King Edward III of England founded The Most Noble Order of the Garter in 1348 as a noble fraternity consisting of the King, the Prince of Wales, and 24 Knights Companion. This group was chosen for their chivalry and valor at the Battle of Cre'cy in France two years earlier. Three of the original founders are among the ancestors of William Clopton, Gentleman, of Virginia and his descendants:
Later, two more Clopton ancestors became members of the Order:
Descendants of William Clopton, Gentleman, and his wife Ann (Booth) Dennett are eligible to belong to The Society of the Friends of St. George's and Descendants of the Knights of the Garter. Applications may be ordered by emailing email@example.com or writing to: The Honorable Secretary, The Curfew Tower, Windsor Castle, Windsor, SL4 1NJ.
Annual meetings of Descendants are held in Australia, New Zealand, and Washington, D.C.; while, the Garter Ceremony - at which the sovereign of the U.K. presides - takes place each year at St. George's Chapel, Windsor Castle, in England.
In order to join, applicants must show a continuous line of descent from one of the Knights. One line the descendants of William Clopton, Gentleman, may wish to use to join the Descendants of the Knights of the Garter follows:
There are several versions of the origin of the Order. The most picturesque is the following anecdote said to have been recounted directly by King Edward.
Edward III was crowned King of England on February 1, 1327, at the age of fourteen. His age, and the fact that he had lived in the shadow of his father's craven lifestyle, could explain his idealism and his admiration for King Arthur and the Knights of the Round Table. Unlike his father Edward II, who had been a weak ruler, the young Edward desired to prove himself through acts of valor; he quickly gained the respect of his people by following the standards set by his grandfather, Edward I.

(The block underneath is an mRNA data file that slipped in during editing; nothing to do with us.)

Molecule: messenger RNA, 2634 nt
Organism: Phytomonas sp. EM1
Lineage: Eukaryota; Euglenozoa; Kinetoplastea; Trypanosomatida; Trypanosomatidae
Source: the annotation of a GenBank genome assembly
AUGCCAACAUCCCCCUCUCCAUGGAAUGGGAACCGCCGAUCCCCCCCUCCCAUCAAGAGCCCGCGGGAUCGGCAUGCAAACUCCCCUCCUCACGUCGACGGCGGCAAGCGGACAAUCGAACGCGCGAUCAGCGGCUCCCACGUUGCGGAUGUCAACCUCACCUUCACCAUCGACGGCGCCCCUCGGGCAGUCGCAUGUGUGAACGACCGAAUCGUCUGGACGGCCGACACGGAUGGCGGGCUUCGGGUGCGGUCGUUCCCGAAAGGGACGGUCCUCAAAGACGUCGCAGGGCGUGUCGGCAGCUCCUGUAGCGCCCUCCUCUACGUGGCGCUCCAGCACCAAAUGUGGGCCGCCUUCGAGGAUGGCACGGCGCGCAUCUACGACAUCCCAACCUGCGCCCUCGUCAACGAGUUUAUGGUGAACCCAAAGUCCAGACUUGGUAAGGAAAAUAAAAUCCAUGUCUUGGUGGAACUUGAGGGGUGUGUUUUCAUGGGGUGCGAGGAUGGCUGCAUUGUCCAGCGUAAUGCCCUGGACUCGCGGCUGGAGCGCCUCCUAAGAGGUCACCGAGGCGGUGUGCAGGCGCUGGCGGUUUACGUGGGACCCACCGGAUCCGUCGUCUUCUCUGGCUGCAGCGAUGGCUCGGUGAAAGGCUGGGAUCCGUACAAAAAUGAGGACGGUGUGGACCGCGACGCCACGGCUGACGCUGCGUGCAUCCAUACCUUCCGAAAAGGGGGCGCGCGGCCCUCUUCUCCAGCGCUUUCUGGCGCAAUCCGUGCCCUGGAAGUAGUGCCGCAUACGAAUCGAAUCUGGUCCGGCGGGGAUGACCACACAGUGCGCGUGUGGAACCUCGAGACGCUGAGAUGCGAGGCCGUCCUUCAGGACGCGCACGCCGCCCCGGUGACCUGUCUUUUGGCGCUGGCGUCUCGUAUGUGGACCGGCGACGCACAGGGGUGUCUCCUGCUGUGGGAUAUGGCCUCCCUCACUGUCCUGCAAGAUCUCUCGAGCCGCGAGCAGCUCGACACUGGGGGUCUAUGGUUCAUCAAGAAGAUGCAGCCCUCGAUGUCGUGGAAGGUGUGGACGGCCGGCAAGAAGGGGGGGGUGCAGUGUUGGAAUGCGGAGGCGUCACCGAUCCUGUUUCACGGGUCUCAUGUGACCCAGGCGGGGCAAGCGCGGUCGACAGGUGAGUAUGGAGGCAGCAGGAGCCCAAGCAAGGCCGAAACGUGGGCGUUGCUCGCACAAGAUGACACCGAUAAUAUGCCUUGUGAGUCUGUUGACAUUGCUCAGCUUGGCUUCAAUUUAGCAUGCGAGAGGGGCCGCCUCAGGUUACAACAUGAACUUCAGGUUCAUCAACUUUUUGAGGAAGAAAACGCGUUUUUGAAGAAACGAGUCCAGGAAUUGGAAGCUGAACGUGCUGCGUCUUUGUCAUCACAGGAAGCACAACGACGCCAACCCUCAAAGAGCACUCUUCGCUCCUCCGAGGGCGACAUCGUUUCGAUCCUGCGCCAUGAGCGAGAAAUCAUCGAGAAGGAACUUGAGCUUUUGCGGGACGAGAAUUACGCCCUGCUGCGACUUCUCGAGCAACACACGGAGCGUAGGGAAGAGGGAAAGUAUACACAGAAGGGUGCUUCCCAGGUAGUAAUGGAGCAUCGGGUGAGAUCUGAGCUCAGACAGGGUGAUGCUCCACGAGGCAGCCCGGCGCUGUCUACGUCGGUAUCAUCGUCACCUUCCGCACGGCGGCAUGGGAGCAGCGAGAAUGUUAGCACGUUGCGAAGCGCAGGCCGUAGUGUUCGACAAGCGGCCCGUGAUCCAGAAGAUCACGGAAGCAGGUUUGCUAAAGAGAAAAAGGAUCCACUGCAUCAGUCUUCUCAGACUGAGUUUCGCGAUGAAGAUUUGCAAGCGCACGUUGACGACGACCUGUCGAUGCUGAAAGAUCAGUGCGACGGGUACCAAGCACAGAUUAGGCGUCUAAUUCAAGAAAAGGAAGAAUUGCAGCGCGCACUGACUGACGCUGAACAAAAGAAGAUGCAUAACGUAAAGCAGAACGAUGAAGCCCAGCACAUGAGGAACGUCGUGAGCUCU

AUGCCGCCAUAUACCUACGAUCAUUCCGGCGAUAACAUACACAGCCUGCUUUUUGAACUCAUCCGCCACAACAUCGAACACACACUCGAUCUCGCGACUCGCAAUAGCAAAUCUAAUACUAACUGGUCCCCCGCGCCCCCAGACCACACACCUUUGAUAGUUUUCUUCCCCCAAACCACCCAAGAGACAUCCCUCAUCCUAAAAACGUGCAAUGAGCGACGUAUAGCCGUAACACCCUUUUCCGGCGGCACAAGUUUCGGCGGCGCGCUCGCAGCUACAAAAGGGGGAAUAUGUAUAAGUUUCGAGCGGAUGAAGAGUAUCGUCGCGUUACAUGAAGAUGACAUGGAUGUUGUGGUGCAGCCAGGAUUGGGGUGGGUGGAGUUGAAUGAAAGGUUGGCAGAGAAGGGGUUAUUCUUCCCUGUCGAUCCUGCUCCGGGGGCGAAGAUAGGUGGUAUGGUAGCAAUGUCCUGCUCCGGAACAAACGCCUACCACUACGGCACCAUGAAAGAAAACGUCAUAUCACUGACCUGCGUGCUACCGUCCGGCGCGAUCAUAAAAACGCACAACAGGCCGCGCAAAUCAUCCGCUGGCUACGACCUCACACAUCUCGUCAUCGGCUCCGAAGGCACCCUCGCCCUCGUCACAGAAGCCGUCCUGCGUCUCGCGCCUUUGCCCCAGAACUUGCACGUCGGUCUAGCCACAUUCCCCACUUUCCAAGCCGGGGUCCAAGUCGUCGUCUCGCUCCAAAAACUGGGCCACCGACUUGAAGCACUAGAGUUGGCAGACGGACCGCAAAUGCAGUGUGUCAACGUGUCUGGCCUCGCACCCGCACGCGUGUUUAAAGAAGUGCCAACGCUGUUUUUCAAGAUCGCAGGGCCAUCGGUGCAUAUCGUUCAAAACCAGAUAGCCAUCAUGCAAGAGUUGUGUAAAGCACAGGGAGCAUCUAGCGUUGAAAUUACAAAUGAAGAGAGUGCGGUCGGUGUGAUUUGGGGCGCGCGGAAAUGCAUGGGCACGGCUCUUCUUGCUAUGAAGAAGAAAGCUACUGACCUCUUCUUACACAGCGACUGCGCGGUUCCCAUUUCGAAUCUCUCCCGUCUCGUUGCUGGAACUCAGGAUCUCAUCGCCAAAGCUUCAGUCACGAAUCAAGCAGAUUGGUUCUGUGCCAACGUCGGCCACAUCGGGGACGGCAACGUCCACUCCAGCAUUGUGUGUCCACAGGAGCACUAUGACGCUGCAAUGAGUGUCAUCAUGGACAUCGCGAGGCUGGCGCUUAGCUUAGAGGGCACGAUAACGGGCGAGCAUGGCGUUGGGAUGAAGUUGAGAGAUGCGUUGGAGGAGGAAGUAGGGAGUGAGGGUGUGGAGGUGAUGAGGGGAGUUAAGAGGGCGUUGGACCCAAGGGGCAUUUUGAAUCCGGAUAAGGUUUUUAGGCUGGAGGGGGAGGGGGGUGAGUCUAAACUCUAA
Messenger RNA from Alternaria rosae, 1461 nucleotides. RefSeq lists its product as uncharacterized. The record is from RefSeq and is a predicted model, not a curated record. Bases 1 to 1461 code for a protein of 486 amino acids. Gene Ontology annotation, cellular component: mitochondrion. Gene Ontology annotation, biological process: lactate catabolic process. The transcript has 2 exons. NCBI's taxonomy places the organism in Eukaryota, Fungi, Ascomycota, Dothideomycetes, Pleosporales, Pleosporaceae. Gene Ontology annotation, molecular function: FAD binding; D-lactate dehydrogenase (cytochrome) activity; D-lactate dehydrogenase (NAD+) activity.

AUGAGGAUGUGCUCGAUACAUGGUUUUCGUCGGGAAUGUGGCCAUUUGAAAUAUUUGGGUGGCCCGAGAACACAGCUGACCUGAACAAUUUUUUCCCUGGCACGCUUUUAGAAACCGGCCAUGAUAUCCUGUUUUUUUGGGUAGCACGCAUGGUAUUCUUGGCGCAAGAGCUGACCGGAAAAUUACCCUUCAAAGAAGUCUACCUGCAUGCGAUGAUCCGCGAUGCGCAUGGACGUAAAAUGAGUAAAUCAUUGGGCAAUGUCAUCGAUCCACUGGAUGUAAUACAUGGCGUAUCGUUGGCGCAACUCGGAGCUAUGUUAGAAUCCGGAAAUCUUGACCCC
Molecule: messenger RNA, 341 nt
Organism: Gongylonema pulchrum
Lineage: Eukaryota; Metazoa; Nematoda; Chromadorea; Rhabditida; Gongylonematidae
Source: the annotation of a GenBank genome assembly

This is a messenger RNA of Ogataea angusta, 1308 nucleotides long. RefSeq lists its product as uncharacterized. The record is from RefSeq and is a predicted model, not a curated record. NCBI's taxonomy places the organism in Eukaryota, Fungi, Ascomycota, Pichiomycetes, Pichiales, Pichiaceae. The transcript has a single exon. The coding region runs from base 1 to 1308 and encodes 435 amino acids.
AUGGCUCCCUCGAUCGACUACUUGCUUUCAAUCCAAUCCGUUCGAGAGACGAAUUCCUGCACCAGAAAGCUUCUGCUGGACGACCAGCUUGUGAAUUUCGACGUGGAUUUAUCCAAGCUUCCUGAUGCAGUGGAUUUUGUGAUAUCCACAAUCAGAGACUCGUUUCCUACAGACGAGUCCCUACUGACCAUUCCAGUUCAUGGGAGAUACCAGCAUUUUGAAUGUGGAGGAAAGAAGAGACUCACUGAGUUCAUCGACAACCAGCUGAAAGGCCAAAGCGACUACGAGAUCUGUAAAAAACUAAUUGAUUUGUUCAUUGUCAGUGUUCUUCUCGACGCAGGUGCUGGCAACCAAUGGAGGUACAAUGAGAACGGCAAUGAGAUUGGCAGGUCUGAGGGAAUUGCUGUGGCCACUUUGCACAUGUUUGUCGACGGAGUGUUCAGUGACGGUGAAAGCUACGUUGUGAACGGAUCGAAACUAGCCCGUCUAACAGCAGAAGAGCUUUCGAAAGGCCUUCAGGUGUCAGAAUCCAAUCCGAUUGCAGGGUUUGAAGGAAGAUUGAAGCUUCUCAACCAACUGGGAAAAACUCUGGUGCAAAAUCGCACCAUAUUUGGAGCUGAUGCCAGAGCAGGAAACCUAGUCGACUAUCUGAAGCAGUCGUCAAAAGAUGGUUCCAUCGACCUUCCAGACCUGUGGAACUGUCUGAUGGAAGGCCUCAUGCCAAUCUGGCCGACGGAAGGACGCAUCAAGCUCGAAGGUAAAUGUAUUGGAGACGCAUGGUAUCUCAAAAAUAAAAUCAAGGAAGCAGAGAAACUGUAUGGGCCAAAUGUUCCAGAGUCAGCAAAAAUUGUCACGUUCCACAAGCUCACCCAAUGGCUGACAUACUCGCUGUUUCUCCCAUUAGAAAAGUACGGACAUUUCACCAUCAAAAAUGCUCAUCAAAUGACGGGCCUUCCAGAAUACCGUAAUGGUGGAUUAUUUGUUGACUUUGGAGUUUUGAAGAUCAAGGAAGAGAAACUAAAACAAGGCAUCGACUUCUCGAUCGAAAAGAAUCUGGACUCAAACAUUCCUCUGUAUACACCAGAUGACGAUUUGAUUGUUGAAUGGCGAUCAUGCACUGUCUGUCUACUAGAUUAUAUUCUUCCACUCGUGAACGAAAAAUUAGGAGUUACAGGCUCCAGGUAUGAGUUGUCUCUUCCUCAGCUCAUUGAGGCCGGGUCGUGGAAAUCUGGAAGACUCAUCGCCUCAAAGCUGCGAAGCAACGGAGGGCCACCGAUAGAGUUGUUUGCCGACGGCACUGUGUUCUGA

Tradition has it that during a ball held to mark King Edward III's recent victories in France, the garter of a titled lady fell off while she was dancing. Some say it was the Countess of Salisbury and others argue it was Joan of Kent. Whoever she was, she was saved embarrassment by the king's quick action. He immediately picked up the blue garter, slipped it about his knee, and declared "I shall turn it into the most honored garter ever worn."
One account has it that the words honi souit qui mal y pense was inscribed on the garter while another attribute the words to the king himself. No matter, the words provided the motto for Europe's oldest surviving order of knighthood: "Shame on him who thinks ill of it."
The conferment of the Order entails adoption into knighthood and, for the Knights Companion, the right to use the title "Sir" before their Christian names. Further, the holders of the Order are entitled to add the letters "K.G." or "L.G." after their surnames or title. From the earliest times ladies were received into the Order as "honorary members" but this practice died out under Henry VIII. It was not until the reign of Edward VII that the King's Consort was automatically a "Lady of the Garter." The statutes of the Order have recently been amended to allow admission of females as Ladies Companion. The first such admission was that of Lavinia, Duchess of Norfolk, in 1990.
Those who visit Windsor Castle may see St. George's Chapel, founded the same year as the Order. This living church, burial place of many sovereigns, belongs to the College of St. George and is supported in part by contributions of The Society of the Friends of St. George and Descendants of the Knights of the Garter.